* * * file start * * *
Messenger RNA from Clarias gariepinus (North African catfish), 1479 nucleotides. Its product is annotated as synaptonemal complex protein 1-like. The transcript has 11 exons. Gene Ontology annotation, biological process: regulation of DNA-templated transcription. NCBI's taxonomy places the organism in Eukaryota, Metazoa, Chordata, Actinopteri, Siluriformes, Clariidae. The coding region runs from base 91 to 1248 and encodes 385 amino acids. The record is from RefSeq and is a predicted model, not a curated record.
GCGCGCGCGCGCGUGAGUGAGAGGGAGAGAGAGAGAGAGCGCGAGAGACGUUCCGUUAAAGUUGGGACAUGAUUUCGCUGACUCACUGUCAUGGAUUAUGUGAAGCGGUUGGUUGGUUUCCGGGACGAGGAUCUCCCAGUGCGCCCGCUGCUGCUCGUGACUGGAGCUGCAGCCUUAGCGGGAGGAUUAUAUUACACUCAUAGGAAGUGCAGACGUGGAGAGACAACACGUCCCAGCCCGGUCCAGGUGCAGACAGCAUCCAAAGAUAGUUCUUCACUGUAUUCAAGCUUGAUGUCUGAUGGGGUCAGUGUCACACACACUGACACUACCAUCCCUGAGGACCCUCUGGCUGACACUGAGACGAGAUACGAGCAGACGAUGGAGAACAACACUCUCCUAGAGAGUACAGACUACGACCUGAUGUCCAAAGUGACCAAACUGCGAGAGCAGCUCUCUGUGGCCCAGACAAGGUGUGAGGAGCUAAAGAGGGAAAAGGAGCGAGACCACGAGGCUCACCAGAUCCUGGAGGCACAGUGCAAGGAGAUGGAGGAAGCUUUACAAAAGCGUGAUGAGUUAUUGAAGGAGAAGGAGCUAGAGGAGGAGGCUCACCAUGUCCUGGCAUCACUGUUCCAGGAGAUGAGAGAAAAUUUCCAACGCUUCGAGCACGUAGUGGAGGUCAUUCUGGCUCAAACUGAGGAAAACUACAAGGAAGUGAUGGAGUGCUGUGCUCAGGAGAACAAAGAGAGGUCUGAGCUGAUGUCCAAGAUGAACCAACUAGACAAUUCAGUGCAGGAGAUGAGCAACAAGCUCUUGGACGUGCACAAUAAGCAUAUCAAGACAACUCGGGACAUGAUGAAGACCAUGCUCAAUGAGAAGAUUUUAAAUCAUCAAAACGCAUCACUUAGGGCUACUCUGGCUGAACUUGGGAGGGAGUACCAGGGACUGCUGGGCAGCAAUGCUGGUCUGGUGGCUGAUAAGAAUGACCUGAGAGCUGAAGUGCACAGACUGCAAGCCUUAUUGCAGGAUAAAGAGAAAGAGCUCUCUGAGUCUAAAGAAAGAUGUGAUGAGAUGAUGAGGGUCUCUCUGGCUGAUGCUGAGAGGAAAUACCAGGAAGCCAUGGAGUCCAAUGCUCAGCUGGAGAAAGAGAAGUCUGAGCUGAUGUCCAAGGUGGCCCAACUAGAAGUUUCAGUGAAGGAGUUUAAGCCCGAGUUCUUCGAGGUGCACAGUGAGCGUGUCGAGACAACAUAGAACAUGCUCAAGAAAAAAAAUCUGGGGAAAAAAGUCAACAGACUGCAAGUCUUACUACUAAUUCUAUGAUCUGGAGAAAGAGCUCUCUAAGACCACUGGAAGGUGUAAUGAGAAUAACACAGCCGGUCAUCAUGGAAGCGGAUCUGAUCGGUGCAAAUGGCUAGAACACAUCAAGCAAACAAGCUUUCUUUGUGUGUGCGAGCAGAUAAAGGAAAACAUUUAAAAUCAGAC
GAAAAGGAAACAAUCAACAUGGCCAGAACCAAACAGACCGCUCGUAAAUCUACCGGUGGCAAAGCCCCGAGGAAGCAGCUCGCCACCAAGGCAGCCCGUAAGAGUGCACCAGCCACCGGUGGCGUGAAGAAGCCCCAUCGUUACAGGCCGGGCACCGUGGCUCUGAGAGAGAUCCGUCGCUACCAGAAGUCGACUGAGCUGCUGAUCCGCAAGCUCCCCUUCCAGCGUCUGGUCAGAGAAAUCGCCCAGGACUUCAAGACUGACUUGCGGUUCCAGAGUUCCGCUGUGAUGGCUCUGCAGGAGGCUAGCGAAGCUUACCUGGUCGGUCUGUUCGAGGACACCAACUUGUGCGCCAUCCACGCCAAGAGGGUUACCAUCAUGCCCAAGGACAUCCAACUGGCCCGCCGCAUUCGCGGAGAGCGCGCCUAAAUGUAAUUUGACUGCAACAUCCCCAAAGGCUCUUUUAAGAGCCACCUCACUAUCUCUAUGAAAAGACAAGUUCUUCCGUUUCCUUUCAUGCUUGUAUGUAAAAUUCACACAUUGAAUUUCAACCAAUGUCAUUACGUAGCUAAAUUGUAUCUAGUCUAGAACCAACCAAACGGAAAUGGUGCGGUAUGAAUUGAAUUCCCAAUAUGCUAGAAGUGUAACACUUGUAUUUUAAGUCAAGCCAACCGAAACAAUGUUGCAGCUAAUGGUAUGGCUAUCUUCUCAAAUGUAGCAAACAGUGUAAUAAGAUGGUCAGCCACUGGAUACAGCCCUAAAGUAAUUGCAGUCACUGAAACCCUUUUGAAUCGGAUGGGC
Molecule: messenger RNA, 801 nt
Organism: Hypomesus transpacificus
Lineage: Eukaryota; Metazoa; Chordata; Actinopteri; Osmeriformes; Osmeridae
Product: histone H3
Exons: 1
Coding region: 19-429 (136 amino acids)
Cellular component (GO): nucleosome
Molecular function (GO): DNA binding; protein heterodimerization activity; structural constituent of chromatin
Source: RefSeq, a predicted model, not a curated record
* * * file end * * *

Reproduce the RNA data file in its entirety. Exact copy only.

Messenger RNA from Clarias gariepinus (North African catfish), 1479 nucleotides. Its product is annotated as synaptonemal complex protein 1-like. The transcript has 11 exons. Gene Ontology annotation, biological process: regulation of DNA-templated transcription. NCBI's taxonomy places the organism in Eukaryota, Metazoa, Chordata, Actinopteri, Siluriformes, Clariidae. The coding region runs from base 91 to 1248 and encodes 385 amino acids. The record is from RefSeq and is a predicted model, not a curated record.
GCGCGCGCGCGCGUGAGUGAGAGGGAGAGAGAGAGAGAGCGCGAGAGACGUUCCGUUAAAGUUGGGACAUGAUUUCGCUGACUCACUGUCAUGGAUUAUGUGAAGCGGUUGGUUGGUUUCCGGGACGAGGAUCUCCCAGUGCGCCCGCUGCUGCUCGUGACUGGAGCUGCAGCCUUAGCGGGAGGAUUAUAUUACACUCAUAGGAAGUGCAGACGUGGAGAGACAACACGUCCCAGCCCGGUCCAGGUGCAGACAGCAUCCAAAGAUAGUUCUUCACUGUAUUCAAGCUUGAUGUCUGAUGGGGUCAGUGUCACACACACUGACACUACCAUCCCUGAGGACCCUCUGGCUGACACUGAGACGAGAUACGAGCAGACGAUGGAGAACAACACUCUCCUAGAGAGUACAGACUACGACCUGAUGUCCAAAGUGACCAAACUGCGAGAGCAGCUCUCUGUGGCCCAGACAAGGUGUGAGGAGCUAAAGAGGGAAAAGGAGCGAGACCACGAGGCUCACCAGAUCCUGGAGGCACAGUGCAAGGAGAUGGAGGAAGCUUUACAAAAGCGUGAUGAGUUAUUGAAGGAGAAGGAGCUAGAGGAGGAGGCUCACCAUGUCCUGGCAUCACUGUUCCAGGAGAUGAGAGAAAAUUUCCAACGCUUCGAGCACGUAGUGGAGGUCAUUCUGGCUCAAACUGAGGAAAACUACAAGGAAGUGAUGGAGUGCUGUGCUCAGGAGAACAAAGAGAGGUCUGAGCUGAUGUCCAAGAUGAACCAACUAGACAAUUCAGUGCAGGAGAUGAGCAACAAGCUCUUGGACGUGCACAAUAAGCAUAUCAAGACAACUCGGGACAUGAUGAAGACCAUGCUCAAUGAGAAGAUUUUAAAUCAUCAAAACGCAUCACUUAGGGCUACUCUGGCUGAACUUGGGAGGGAGUACCAGGGACUGCUGGGCAGCAAUGCUGGUCUGGUGGCUGAUAAGAAUGACCUGAGAGCUGAAGUGCACAGACUGCAAGCCUUAUUGCAGGAUAAAGAGAAAGAGCUCUCUGAGUCUAAAGAAAGAUGUGAUGAGAUGAUGAGGGUCUCUCUGGCUGAUGCUGAGAGGAAAUACCAGGAAGCCAUGGAGUCCAAUGCUCAGCUGGAGAAAGAGAAGUCUGAGCUGAUGUCCAAGGUGGCCCAACUAGAAGUUUCAGUGAAGGAGUUUAAGCCCGAGUUCUUCGAGGUGCACAGUGAGCGUGUCGAGACAACAUAGAACAUGCUCAAGAAAAAAAAUCUGGGGAAAAAAGUCAACAGACUGCAAGUCUUACUACUAAUUCUAUGAUCUGGAGAAAGAGCUCUCUAAGACCACUGGAAGGUGUAAUGAGAAUAACACAGCCGGUCAUCAUGGAAGCGGAUCUGAUCGGUGCAAAUGGCUAGAACACAUCAAGCAAACAAGCUUUCUUUGUGUGUGCGAGCAGAUAAAGGAAAACAUUUAAAAUCAGAC
GAAAAGGAAACAAUCAACAUGGCCAGAACCAAACAGACCGCUCGUAAAUCUACCGGUGGCAAAGCCCCGAGGAAGCAGCUCGCCACCAAGGCAGCCCGUAAGAGUGCACCAGCCACCGGUGGCGUGAAGAAGCCCCAUCGUUACAGGCCGGGCACCGUGGCUCUGAGAGAGAUCCGUCGCUACCAGAAGUCGACUGAGCUGCUGAUCCGCAAGCUCCCCUUCCAGCGUCUGGUCAGAGAAAUCGCCCAGGACUUCAAGACUGACUUGCGGUUCCAGAGUUCCGCUGUGAUGGCUCUGCAGGAGGCUAGCGAAGCUUACCUGGUCGGUCUGUUCGAGGACACCAACUUGUGCGCCAUCCACGCCAAGAGGGUUACCAUCAUGCCCAAGGACAUCCAACUGGCCCGCCGCAUUCGCGGAGAGCGCGCCUAAAUGUAAUUUGACUGCAACAUCCCCAAAGGCUCUUUUAAGAGCCACCUCACUAUCUCUAUGAAAAGACAAGUUCUUCCGUUUCCUUUCAUGCUUGUAUGUAAAAUUCACACAUUGAAUUUCAACCAAUGUCAUUACGUAGCUAAAUUGUAUCUAGUCUAGAACCAACCAAACGGAAAUGGUGCGGUAUGAAUUGAAUUCCCAAUAUGCUAGAAGUGUAACACUUGUAUUUUAAGUCAAGCCAACCGAAACAAUGUUGCAGCUAAUGGUAUGGCUAUCUUCUCAAAUGUAGCAAACAGUGUAAUAAGAUGGUCAGCCACUGGAUACAGCCCUAAAGUAAUUGCAGUCACUGAAACCCUUUUGAAUCGGAUGGGC
Molecule: messenger RNA, 801 nt
Organism: Hypomesus transpacificus
Lineage: Eukaryota; Metazoa; Chordata; Actinopteri; Osmeriformes; Osmeridae
Product: histone H3
Exons: 1
Coding region: 19-429 (136 amino acids)
Cellular component (GO): nucleosome
Molecular function (GO): DNA binding; protein heterodimerization activity; structural constituent of chromatin
Source: RefSeq, a predicted model, not a curated record